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Hlth130- summaries

Hlth130- summaries - CHAPTER 1 Public Health is a broad...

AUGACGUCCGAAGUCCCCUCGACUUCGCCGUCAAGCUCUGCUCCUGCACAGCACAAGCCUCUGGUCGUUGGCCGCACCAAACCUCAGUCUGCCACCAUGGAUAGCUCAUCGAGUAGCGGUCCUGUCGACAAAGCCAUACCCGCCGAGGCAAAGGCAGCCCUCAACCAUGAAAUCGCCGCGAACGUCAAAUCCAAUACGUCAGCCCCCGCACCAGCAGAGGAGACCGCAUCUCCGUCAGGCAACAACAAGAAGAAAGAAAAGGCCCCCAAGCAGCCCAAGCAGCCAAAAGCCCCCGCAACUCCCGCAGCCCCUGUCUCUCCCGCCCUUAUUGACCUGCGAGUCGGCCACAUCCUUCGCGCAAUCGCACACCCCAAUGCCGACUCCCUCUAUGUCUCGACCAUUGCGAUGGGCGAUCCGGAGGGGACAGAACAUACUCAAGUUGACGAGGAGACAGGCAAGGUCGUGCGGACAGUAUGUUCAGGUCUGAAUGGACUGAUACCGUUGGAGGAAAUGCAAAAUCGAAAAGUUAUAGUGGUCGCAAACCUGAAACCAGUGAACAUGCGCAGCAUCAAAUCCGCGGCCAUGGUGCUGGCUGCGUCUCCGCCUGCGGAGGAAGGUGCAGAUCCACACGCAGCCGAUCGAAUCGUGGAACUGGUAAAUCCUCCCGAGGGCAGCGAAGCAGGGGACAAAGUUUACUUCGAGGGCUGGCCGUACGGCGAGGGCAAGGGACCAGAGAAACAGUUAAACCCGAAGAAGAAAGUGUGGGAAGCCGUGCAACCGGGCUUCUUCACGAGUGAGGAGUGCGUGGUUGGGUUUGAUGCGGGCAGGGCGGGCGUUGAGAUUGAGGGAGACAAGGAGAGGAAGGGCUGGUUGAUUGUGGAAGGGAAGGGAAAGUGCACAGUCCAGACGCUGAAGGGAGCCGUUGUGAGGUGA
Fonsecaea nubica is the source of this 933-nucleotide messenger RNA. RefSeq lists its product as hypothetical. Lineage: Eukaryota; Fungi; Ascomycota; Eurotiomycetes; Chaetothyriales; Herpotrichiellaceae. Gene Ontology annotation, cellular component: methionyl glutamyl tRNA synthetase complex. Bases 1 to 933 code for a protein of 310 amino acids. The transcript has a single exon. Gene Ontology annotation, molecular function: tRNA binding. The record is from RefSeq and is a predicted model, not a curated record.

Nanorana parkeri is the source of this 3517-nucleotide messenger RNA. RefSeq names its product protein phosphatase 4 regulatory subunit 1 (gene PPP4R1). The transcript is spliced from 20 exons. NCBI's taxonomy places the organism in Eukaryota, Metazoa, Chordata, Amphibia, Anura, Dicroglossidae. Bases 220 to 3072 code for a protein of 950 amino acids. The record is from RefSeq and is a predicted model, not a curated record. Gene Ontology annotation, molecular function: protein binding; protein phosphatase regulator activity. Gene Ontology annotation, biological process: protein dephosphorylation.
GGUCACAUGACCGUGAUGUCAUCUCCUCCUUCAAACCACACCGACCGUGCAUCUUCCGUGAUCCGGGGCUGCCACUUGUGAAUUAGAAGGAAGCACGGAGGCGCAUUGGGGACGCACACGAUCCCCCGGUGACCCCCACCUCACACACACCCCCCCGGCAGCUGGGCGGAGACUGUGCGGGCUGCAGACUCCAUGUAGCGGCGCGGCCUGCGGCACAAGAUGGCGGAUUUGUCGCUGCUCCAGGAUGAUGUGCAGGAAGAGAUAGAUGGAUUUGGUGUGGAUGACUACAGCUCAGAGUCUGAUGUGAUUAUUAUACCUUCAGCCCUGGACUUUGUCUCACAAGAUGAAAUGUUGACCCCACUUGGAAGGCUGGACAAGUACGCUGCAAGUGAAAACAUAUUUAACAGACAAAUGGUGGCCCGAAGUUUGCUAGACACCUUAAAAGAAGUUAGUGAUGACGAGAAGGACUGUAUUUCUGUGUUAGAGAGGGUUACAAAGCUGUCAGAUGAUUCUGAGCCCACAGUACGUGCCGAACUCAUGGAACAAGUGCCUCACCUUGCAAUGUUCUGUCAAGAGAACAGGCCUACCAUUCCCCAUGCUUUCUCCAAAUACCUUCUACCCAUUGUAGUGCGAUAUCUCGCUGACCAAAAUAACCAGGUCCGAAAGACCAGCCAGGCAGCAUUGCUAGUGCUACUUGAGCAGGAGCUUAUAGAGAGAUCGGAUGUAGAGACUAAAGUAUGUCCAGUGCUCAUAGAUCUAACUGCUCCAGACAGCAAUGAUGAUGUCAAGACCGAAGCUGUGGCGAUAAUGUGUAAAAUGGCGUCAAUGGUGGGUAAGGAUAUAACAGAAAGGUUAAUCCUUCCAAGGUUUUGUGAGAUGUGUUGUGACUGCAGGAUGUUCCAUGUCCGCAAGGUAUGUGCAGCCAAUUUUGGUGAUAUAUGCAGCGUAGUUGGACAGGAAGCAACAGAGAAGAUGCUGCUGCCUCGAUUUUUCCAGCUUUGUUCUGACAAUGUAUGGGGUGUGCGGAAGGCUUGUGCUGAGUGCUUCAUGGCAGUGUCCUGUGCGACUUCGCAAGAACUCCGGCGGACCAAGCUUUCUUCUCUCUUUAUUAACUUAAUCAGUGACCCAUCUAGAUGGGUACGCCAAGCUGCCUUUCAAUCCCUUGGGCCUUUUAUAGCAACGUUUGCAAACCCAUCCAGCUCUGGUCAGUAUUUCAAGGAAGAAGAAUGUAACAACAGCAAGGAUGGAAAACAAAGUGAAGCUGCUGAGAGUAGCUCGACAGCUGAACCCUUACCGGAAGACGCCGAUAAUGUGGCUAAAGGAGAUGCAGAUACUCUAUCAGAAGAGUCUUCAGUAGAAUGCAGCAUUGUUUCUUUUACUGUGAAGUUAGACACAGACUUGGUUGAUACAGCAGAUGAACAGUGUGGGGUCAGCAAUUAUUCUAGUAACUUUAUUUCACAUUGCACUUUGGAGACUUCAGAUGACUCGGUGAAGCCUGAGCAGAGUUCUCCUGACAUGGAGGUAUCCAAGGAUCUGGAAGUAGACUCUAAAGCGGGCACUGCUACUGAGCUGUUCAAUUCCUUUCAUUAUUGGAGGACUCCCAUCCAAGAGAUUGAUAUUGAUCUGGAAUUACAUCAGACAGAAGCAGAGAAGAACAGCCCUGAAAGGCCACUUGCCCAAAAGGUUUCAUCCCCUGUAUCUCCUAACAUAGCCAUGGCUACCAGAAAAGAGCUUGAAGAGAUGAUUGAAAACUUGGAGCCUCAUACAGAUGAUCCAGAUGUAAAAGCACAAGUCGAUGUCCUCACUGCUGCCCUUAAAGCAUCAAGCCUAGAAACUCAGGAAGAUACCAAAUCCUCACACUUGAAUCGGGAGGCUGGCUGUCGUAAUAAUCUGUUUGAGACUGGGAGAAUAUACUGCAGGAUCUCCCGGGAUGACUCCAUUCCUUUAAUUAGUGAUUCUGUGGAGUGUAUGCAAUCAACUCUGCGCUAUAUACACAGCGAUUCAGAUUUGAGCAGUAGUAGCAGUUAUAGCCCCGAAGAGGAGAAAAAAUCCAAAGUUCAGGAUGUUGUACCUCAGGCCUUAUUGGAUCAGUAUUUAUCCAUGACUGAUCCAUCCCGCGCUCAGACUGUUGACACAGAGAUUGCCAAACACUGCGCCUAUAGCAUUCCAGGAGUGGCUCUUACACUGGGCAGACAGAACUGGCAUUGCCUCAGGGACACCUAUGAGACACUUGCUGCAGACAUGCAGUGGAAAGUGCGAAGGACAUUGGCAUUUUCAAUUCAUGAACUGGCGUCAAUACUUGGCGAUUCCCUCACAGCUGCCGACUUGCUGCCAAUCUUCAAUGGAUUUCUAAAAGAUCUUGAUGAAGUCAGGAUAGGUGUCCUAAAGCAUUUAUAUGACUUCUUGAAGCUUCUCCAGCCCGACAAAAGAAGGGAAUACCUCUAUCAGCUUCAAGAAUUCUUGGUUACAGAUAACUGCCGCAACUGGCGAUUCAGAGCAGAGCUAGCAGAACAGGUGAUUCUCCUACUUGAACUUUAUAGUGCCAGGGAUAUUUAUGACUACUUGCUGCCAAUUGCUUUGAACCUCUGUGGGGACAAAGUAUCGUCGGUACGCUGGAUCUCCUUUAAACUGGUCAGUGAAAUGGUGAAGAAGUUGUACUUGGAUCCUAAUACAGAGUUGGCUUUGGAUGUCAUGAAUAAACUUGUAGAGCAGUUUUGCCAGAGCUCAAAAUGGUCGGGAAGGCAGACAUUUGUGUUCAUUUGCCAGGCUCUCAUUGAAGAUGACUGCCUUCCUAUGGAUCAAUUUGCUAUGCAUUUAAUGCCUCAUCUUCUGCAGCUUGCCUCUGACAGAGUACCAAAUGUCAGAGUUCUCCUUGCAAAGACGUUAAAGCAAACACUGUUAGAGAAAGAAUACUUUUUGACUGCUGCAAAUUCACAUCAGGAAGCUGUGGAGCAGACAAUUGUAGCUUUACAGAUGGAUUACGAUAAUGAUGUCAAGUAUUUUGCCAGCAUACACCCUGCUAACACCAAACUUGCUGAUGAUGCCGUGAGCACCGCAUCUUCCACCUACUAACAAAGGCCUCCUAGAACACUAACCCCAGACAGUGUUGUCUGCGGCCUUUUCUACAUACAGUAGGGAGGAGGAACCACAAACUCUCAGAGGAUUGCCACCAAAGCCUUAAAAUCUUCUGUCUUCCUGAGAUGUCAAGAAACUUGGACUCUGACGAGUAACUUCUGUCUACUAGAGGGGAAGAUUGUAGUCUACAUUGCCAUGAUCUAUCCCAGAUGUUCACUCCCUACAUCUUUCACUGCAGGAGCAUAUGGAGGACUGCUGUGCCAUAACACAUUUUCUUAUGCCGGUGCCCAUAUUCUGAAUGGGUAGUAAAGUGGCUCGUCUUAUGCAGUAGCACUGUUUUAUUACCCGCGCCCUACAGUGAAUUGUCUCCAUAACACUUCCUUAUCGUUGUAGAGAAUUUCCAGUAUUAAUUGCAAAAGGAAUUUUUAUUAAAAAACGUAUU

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CHAPTER 1 Public Health is a broad term that is difficult to define. It includes a goal- maximum health for all – as well as the means of attempting to achieve that goal. Public health is concerned with the prevention of disease and disability. It is aimed at benefiting the entire population in contrast with medicine, which focuses on the individual. The functions of public health in a community can be compared with the functions of a physician in caring for a patient. Public health diagnoses and treats the community’s ills by way of assessment, policy development, and assurance. It relies on the tools of science and politics. The public health sciences of epidemiology and statistics are applied in assessing a population’s health. Policy is developed based on biomedical sciences, social and behavioral sciences, environmental health sciences, and the study of the medical care system. Public health depends on politics for decision making. Decisions on public health interventions to be taken by the community, insofar as they require government action, are reached through politics. Public health focuses on prevention of disease and disability. Preventive measures can be applied at three levels: primary prevention aims to prevent a disease or injury from occurring at all; secondary prevention aims to minimize the damage caused by the illness or injury-causing event when it occurs; and tertiary prevention seeks to minimize any ensuing disability by providing medical care and rehabilitation. Public health prevention programs function through interventions designed to interrupt the chain of causation that leads to an illness or an injury. Interventions can be directed toward eliminating or suppressing the agent that causes an illness or injury, strengthening the resistance of the host to the agent, or changing the environment in such a way that the host is less likely to encounter the agent. Public health is an abstract concept that is not well understood and is often neglected. The dramatic events of fall 2001 forced the government and the media to pay attention to the importance of public health, both in mitigating the effects of obvious disasters, and in recognizing and controlling the more insidious effects of bioterrorism. CHAPTER 2 Public health is controversial because, depending on how it is defined, it may challenge people’s values and demand sacrifices. The battle between an expansive and a restrictive view of public health is ongoing. The expansive view asks people to give up a degree of personal liberty for the common good. At its most idealistic, public health is a broad social movement, a campaign to maximize health for everyone in the population through disturbing benefits and responsibilities in an equitable way. Health is therefore “a political endeavor as much as, or at times even more than, a medical one.” Public health measures are often controversial because they have an economic impact. The people or industries that must pay the prices may not be the ones that will benefit from the new protections. Costs are usually more concrete
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